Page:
Septic arthritis refers to the literal infection of a joint.
WHAT CAUSES IT?
The most common causal organisms of septic arthritis are Staphylococcus aureus and streptococci.
WHY IS THIS A PROBLEM?
An infection of the joint can lead to joint destruction.
WHAT MAKES US SUSPECT IT?
- Joint pain may be experienced by the patient
- Limp can sometimes be observed (depending on the joint involved)
- Refusal to walk can occur in younger patients
- Fever can often accompany this type of infection
Musculoskeletal Exam (Physical Exam):
- Erythematous joint
- Swollen joint
- Tender joint
- Increased white count can be seen on a CBC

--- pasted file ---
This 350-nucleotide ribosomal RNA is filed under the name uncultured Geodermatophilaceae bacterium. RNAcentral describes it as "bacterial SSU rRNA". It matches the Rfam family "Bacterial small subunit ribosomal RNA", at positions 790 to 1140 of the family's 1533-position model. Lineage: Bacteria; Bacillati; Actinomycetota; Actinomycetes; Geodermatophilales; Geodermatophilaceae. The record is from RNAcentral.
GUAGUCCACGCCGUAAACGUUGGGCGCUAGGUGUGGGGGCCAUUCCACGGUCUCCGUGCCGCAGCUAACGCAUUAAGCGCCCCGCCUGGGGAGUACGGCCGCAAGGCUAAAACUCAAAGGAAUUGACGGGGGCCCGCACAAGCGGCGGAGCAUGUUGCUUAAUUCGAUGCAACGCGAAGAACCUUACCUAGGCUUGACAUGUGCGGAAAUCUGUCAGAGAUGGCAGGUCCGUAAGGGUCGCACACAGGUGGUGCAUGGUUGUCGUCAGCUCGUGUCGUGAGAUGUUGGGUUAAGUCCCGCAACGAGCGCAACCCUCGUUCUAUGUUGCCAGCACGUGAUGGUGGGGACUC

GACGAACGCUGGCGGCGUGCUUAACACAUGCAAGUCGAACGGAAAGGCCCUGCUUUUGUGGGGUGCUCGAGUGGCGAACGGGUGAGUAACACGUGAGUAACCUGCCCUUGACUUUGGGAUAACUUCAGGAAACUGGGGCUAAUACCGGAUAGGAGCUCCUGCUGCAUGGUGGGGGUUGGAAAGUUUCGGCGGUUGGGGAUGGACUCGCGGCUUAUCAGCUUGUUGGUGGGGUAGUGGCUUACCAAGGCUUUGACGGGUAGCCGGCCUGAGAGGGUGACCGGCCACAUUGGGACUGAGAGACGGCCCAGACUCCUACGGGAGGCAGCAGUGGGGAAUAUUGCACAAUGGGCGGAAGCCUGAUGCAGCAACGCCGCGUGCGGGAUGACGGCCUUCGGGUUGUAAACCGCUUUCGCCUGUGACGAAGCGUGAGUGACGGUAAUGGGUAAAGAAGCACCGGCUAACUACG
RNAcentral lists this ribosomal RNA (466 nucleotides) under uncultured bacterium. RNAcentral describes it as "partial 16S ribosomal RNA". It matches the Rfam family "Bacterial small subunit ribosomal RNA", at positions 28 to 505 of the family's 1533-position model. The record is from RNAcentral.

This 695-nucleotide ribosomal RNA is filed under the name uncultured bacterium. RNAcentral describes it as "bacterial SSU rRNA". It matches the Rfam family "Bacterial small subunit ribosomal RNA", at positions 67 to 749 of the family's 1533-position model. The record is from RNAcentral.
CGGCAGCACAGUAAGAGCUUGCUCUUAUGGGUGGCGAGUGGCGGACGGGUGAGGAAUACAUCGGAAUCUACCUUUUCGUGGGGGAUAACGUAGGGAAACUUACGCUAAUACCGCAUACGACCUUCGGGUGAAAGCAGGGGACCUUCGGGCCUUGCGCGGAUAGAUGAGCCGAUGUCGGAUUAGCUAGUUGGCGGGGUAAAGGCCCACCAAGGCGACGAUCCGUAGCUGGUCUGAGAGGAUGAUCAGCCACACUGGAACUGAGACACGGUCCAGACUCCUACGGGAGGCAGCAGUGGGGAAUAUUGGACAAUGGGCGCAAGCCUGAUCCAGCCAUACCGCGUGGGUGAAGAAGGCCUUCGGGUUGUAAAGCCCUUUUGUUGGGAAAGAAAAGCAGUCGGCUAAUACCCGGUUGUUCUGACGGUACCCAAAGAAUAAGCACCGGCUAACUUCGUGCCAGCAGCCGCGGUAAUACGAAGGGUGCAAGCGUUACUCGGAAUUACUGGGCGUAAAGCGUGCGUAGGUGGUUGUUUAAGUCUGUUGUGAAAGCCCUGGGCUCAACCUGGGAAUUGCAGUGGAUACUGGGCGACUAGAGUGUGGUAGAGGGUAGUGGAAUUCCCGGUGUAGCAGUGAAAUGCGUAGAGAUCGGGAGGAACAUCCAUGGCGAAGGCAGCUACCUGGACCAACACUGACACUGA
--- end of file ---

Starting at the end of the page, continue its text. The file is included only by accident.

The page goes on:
- Elevated CRP/ESR would be expected if these tests are ordered
Joint aspiration can reveal the following findings:
- Opaque appearance (can be turbid)
- Elevated WBC count (~50,000 – 150,000)
- Gram stain may reveal the presence of bacteria.
- Joint fluid culture can be collected to try and “grow out” causal pathogen
- Bacterial cultures can be collected to evaluate for bacteremia.
HOW DO WE TREAT IT?
Broad spectrum antibiotics (i.e. vancomycin) are often administered immediately before culture collection.
ARCHIVE OF STANDARDIZED EXAM QUESTIONS
This archive compiles standardized exam questions that relate to this topic.
Page Updated: 11.18.2016